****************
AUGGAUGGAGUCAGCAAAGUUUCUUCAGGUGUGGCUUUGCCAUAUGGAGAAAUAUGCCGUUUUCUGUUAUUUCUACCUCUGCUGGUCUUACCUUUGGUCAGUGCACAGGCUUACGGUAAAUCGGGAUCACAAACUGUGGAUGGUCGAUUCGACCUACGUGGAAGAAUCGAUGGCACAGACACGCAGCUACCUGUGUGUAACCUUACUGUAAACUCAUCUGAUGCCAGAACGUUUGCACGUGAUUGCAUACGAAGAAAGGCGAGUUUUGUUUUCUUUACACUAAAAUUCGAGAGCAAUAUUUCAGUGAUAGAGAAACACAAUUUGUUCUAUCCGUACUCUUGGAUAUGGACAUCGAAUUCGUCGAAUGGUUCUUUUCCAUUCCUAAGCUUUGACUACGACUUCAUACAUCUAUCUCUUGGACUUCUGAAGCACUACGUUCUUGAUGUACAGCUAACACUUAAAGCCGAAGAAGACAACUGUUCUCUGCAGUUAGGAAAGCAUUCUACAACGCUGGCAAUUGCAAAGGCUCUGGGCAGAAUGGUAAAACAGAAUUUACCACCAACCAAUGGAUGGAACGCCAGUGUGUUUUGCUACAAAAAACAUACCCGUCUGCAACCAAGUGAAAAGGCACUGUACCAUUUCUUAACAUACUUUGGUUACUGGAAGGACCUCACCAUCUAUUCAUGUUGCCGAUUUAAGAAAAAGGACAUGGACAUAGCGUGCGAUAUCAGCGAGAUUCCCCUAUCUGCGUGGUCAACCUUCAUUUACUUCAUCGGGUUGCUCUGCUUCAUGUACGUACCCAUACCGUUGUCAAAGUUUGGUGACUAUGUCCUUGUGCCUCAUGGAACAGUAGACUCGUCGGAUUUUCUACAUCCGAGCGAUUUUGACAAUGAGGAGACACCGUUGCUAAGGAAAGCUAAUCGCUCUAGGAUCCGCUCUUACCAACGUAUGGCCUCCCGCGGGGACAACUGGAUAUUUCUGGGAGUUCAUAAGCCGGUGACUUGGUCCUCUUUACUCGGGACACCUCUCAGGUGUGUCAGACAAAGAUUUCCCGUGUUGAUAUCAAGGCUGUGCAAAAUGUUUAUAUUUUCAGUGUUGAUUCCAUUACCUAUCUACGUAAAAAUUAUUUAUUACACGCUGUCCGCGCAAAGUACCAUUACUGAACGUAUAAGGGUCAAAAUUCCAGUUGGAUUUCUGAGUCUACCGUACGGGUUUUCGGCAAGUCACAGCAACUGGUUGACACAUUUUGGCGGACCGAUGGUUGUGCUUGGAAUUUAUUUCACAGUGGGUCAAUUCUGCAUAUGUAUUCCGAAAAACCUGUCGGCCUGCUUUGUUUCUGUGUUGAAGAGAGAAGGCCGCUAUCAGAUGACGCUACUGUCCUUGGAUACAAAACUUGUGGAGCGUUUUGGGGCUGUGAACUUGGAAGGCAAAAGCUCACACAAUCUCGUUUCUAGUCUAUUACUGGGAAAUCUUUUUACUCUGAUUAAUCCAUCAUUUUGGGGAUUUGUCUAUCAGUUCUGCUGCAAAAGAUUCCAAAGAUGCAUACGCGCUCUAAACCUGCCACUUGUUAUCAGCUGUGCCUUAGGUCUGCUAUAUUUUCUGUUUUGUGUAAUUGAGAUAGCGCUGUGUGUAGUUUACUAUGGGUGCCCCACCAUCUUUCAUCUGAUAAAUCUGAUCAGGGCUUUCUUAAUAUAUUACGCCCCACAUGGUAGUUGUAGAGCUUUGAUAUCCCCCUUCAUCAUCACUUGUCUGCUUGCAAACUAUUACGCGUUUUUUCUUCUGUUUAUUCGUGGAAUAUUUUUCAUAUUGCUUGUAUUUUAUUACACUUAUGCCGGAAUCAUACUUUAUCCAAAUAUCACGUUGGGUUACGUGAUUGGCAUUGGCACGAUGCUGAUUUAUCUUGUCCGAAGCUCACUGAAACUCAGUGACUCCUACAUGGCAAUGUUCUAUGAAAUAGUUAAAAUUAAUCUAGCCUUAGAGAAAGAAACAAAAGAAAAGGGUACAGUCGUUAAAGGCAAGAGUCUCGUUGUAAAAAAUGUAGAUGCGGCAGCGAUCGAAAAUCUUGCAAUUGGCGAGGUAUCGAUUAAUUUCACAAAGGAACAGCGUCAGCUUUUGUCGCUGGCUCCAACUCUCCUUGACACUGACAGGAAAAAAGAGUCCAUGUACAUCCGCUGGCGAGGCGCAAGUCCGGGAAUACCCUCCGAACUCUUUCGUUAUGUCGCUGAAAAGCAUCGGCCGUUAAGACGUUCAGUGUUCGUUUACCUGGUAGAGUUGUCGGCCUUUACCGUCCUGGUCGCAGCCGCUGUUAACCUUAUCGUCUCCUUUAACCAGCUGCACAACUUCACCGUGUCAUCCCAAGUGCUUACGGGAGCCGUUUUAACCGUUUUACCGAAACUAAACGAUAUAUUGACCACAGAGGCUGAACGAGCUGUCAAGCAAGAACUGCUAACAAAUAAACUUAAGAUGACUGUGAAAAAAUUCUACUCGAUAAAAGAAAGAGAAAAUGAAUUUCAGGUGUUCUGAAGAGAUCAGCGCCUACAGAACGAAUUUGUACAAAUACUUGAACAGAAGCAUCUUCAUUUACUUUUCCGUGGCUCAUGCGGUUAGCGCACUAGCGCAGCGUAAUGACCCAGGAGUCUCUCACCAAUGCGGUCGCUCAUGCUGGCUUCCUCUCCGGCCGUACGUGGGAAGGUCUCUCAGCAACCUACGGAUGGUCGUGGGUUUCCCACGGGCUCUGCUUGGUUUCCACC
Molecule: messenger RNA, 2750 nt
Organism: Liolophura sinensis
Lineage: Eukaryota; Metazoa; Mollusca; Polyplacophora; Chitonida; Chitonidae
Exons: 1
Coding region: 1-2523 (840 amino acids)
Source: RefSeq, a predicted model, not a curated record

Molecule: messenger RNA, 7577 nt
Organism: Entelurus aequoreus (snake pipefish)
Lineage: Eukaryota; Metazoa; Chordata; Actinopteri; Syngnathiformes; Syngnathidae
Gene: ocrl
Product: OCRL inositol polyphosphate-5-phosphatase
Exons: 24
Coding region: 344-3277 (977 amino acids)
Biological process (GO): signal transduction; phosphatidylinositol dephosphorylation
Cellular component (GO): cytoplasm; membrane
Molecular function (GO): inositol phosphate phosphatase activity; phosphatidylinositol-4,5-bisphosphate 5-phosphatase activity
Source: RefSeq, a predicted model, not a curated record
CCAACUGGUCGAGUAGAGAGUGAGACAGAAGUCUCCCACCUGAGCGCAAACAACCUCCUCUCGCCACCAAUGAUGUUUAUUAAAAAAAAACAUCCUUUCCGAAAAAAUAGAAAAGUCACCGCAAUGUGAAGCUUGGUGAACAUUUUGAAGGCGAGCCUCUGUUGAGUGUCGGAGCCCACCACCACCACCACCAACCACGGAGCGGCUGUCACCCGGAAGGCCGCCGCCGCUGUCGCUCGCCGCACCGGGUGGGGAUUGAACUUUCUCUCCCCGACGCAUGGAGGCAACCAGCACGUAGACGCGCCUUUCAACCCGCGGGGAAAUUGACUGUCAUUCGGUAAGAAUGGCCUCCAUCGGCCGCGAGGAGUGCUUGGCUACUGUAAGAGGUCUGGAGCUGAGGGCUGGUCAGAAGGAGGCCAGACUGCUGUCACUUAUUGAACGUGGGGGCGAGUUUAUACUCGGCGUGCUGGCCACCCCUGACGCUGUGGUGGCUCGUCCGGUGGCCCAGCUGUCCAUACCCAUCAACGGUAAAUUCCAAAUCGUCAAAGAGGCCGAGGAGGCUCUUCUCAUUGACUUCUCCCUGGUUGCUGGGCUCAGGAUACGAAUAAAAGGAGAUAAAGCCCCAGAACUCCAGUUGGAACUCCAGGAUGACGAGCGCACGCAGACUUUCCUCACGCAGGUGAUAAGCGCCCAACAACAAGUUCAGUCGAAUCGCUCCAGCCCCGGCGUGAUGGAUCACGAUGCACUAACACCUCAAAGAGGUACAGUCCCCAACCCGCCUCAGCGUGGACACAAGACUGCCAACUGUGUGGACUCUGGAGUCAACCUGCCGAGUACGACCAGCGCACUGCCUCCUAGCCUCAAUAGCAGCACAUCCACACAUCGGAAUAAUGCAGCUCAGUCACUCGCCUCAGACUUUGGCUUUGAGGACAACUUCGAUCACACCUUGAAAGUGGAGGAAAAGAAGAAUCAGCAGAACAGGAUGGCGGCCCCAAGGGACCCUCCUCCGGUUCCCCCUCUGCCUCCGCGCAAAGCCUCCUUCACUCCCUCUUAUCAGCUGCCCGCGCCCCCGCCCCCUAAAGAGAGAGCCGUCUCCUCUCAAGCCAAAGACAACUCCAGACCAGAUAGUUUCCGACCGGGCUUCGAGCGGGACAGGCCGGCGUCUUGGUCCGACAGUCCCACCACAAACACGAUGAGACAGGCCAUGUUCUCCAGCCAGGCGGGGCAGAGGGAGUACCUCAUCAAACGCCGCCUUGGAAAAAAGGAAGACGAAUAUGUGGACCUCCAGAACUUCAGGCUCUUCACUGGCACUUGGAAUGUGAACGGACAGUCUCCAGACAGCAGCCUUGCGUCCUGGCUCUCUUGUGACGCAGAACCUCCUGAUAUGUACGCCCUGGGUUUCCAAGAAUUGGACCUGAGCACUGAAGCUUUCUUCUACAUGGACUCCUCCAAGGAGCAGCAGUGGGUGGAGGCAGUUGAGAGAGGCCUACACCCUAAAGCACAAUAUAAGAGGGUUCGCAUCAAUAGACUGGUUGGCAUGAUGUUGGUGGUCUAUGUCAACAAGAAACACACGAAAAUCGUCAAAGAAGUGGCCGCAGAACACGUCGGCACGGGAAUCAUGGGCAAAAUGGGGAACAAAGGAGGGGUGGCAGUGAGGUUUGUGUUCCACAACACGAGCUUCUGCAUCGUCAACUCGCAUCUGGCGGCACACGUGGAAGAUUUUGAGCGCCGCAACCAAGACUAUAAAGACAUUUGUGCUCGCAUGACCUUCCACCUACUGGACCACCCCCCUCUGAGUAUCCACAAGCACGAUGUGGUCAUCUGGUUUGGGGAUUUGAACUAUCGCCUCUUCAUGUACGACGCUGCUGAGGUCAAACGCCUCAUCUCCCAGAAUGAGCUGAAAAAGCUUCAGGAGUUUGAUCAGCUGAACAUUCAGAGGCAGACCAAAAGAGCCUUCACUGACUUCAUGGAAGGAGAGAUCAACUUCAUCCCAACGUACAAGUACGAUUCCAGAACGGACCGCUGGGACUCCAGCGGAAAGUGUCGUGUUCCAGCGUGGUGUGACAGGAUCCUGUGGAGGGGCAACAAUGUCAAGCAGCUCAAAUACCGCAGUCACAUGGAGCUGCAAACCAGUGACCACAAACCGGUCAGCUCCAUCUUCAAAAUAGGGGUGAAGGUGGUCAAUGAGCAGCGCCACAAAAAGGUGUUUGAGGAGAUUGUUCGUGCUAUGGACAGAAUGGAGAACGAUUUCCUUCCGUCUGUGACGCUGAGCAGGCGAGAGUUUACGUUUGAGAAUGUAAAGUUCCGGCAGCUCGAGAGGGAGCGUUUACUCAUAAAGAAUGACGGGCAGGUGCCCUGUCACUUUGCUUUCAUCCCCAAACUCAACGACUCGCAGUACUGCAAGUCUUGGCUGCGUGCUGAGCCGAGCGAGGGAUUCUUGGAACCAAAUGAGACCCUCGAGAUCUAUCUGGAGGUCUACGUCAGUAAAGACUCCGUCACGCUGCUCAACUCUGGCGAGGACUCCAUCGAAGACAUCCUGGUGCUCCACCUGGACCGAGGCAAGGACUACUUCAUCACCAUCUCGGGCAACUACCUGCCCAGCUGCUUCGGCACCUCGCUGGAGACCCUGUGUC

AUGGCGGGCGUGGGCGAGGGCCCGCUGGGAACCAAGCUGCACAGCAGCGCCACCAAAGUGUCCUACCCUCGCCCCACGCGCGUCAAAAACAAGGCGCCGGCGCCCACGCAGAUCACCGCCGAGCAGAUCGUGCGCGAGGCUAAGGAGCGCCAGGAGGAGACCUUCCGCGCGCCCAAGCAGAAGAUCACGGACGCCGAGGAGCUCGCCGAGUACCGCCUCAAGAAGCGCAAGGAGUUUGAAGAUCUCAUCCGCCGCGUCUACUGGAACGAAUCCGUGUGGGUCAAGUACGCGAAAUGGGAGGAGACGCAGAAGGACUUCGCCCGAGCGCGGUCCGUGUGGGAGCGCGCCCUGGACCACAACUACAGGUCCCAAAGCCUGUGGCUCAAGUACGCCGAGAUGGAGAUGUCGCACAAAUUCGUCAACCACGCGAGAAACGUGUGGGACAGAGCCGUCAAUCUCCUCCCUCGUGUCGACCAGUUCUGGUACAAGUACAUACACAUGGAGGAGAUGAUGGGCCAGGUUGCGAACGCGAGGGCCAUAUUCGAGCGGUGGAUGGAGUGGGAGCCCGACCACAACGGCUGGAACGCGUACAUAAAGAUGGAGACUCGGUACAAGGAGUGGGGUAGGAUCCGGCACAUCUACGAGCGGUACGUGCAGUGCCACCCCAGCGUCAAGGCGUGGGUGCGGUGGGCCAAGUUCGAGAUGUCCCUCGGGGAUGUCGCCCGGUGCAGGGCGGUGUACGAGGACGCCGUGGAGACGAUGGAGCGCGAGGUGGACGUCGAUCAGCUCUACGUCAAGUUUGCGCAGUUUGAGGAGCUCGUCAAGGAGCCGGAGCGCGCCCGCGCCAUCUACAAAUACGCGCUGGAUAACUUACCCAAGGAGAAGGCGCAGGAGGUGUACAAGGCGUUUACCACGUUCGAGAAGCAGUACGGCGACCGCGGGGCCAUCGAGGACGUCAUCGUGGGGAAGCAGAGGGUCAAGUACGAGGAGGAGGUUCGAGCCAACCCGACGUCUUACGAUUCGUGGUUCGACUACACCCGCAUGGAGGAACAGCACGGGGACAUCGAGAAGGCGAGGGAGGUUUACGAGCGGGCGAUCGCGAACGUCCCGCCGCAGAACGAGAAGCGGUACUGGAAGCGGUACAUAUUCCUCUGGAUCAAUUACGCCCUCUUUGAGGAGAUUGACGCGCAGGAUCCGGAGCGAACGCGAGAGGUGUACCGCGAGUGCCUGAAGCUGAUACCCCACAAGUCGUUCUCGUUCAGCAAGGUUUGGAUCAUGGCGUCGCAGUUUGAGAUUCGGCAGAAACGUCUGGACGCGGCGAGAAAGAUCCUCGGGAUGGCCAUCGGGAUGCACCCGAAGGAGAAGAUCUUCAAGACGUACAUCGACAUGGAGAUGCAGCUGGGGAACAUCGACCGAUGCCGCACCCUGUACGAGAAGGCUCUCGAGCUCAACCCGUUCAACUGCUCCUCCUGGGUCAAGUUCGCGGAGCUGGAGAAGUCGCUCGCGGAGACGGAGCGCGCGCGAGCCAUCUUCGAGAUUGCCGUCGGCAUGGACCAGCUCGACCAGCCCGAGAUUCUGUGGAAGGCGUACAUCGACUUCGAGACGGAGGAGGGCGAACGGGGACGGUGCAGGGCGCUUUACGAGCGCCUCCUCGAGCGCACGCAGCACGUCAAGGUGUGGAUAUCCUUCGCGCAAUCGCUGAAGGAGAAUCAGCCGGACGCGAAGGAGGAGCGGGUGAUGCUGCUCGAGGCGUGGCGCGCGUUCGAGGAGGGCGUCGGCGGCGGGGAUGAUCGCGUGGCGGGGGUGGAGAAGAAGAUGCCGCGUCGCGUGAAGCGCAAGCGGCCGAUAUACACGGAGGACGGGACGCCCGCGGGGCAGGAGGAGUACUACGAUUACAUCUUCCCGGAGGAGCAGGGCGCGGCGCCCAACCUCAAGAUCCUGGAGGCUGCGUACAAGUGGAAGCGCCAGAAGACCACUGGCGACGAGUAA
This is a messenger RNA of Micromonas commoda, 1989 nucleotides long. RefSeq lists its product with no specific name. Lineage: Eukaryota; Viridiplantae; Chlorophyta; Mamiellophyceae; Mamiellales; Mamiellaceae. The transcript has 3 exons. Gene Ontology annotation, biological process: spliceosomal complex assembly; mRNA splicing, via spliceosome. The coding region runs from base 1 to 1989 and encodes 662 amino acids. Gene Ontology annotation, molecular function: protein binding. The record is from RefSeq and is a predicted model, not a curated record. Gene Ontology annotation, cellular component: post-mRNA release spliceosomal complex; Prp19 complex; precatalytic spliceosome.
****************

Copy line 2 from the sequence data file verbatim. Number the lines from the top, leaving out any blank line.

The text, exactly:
Molecule: messenger RNA, 2750 nt